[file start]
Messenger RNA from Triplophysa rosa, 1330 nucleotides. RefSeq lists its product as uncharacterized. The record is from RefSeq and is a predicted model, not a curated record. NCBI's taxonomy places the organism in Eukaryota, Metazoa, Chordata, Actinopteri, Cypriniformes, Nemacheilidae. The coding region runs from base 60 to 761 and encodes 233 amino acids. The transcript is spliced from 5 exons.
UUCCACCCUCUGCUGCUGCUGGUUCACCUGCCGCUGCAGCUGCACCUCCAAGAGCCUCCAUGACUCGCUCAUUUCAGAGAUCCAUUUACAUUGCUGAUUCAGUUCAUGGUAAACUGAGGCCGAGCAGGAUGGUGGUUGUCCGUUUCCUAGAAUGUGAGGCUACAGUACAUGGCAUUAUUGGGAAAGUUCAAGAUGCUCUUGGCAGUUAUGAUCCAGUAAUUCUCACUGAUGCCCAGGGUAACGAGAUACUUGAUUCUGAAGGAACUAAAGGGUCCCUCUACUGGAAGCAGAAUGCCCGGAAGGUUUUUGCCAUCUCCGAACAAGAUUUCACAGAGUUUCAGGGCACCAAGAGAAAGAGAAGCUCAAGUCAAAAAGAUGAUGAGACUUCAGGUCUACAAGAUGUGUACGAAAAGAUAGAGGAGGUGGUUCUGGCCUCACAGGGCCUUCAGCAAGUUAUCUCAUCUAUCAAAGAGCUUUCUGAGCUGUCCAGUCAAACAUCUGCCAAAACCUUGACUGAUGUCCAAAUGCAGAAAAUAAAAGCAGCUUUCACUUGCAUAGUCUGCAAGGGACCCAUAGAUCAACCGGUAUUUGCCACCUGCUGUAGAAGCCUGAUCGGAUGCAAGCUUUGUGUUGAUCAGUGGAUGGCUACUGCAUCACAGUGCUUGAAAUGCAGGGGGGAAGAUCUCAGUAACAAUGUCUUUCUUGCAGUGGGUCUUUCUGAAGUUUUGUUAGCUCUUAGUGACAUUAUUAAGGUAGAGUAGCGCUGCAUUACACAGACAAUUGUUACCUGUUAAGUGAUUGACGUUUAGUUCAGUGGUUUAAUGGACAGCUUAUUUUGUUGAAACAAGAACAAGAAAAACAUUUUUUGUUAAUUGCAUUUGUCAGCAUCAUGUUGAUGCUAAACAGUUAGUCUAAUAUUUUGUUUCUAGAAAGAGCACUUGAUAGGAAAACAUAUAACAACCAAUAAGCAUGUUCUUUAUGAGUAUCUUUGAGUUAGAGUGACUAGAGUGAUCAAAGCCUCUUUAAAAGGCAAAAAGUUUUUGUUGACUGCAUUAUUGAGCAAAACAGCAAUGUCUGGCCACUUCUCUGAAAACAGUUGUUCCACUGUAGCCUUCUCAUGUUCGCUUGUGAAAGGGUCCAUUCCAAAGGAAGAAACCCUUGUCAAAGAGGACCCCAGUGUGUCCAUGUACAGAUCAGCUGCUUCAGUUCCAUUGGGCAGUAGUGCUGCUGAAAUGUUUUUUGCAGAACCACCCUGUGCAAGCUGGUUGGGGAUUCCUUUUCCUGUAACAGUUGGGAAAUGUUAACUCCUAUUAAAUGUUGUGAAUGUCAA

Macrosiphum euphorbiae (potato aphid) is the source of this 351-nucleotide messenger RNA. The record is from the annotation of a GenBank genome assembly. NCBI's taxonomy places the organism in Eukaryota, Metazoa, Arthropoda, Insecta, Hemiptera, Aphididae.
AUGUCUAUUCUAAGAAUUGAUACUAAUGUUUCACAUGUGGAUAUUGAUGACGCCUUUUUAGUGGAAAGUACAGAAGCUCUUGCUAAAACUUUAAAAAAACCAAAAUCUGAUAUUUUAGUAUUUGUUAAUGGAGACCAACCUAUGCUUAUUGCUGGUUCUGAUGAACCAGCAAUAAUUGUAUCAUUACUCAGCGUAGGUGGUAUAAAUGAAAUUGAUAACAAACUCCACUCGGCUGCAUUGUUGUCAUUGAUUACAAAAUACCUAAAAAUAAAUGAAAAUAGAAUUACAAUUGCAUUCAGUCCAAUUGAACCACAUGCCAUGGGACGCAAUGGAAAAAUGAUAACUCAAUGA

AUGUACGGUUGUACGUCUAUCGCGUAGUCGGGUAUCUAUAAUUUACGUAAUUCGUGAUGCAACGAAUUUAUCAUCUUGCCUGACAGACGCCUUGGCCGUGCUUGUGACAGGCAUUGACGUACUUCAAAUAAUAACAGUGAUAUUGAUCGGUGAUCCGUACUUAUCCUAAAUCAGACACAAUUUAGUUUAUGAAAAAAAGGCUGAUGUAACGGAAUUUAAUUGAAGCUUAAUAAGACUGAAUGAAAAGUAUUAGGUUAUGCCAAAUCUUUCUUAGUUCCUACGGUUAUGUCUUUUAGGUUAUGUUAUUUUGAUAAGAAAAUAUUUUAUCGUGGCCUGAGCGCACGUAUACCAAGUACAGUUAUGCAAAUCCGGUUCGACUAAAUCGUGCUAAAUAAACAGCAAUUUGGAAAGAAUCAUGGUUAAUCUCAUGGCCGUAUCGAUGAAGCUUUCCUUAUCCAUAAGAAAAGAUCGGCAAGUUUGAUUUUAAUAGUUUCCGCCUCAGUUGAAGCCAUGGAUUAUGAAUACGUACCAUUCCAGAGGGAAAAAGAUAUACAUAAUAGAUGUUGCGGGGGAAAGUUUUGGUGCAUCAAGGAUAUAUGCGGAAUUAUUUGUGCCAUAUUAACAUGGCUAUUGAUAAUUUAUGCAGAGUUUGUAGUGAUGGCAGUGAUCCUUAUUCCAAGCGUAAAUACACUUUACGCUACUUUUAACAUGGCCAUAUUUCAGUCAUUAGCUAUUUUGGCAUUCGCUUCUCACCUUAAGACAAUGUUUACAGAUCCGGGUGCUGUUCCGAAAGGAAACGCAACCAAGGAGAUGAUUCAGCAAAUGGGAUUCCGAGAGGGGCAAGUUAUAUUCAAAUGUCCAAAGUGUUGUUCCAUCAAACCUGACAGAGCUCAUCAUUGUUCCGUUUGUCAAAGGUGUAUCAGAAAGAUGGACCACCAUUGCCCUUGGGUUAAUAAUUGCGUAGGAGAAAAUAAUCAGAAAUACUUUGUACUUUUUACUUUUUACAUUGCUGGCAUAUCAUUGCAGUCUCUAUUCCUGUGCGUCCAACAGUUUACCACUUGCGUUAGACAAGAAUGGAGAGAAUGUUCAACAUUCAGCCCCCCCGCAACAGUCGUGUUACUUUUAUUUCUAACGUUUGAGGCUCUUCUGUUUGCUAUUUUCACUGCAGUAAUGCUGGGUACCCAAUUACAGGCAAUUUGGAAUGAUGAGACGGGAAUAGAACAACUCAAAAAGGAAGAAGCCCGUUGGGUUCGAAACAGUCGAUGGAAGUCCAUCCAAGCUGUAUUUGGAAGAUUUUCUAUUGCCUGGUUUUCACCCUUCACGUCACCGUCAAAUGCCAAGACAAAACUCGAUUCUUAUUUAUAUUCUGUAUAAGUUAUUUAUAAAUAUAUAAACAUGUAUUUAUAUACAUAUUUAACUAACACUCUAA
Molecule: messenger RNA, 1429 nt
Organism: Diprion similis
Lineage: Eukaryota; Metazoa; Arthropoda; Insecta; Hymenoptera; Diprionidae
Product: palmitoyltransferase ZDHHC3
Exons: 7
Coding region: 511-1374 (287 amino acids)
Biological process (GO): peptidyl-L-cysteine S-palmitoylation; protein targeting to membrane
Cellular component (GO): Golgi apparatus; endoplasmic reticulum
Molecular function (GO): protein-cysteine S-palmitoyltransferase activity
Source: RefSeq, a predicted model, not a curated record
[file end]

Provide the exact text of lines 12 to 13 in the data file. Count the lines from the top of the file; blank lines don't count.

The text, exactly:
Biological process (GO): peptidyl-L-cysteine S-palmitoylation; protein targeting to membrane
Cellular component (GO): Golgi apparatus; endoplasmic reticulum